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Michael Forstner named Regents' Professor by TSUS board

Posted by Jayme Blaschke
University News Service
August 16, 2013

Michael Forstner

Michael Forstner

Michael R. Forstner, Alexander/Stone Chair of Genetics and professor of biology at Texas State University, has been named a Regents’ Professor by the Texas State University System Board of Regents.

The designation honors exceptional and outstanding members of the System’s professoriate who have achieved excellence in teaching, research and publication, and community service, while demonstrating an unwavering dedication to their students, their university and their community.

It is a lifetime designation bestowed by the Board of Regents upon tenured faculty who have been acknowledged as exceptional by their peers and students and recommended by The TSUS Foundation Board of Directors, the chancellor and their university president.

"Michael Forstner has had an extraordinary impact in teaching, research and service as a member of Texas State’s faculty, and has set a high bar for faculty excellence at the university," Texas State President Denise M. Trauth said. "We are fortunate to have a professor of Michael’s caliber leading a new generation of researchers at Texas State."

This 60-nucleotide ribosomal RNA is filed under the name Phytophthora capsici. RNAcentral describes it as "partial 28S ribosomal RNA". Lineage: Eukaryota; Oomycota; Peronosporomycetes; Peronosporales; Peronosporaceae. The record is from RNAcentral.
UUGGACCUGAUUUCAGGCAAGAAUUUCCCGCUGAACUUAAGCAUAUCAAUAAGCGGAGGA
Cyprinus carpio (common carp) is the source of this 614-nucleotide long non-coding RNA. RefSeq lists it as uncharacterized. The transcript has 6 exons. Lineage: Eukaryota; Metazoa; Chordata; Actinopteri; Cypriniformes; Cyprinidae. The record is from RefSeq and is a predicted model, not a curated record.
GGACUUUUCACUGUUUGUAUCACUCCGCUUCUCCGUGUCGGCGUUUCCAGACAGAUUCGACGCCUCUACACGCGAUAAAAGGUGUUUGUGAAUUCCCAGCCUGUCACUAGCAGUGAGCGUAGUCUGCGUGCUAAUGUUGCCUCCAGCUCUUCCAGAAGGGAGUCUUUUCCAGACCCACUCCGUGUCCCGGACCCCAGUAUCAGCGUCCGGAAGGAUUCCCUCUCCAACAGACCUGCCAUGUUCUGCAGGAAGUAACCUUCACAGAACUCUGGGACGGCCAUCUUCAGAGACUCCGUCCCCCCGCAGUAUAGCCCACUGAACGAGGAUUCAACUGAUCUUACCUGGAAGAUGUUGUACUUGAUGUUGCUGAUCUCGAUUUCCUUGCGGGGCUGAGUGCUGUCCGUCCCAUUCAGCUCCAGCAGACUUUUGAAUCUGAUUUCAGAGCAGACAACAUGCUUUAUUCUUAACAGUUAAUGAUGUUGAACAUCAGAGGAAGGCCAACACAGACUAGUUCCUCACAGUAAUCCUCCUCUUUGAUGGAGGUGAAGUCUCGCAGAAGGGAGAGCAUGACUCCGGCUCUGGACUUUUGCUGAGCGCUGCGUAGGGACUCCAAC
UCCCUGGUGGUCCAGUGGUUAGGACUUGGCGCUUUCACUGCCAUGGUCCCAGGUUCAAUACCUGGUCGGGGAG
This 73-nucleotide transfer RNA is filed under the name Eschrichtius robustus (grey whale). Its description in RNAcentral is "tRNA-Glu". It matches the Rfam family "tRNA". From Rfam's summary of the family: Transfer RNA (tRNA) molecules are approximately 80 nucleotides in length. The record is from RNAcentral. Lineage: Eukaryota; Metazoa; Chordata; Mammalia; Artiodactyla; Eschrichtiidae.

Forstner came to Texas State in 1999 from Florida Atlantic University. In more than 13 years on the Texas State faculty, he has overseen the development of the university's core genetics course as well as raised the university's international profile with a research program making significant contributions to genetics, conservation and wildlife management.

He has earned numerous awards for outstanding research at the institutional, state, national and international level. Forstner's support for the scholarship, research and thesis projects of his students has resulted in 162 peer-reviewed journal articles, many of which featured his students as first author.

Forstner’s areas of research include vertebrate systematics and population genetics. The majority of his projects comprise genetic and physical surveys of endangered or threatened species, including ongoing work with the endangered Houston Toad.

Forstner earned his B.S. in zoology from Texas State in 1988, his masters from Sul Ross State University in 1991 and his Ph.D. in genetics from Texas A&M University in 1995. In 2007, he was named the inaugural holder of the Alexander/Stone Chair of Genetics.

The Texas State University System Board of Regents is the governing body for Texas’ oldest university system, which comprises seven institutions in addition to Texas State University: Lamar University; Sam Houston State University; Sul Ross State University; Sul Ross State University Rio Grande College; Lamar Institute of Technology; Lamar State College-Orange; and Lamar State College-Port Arthur.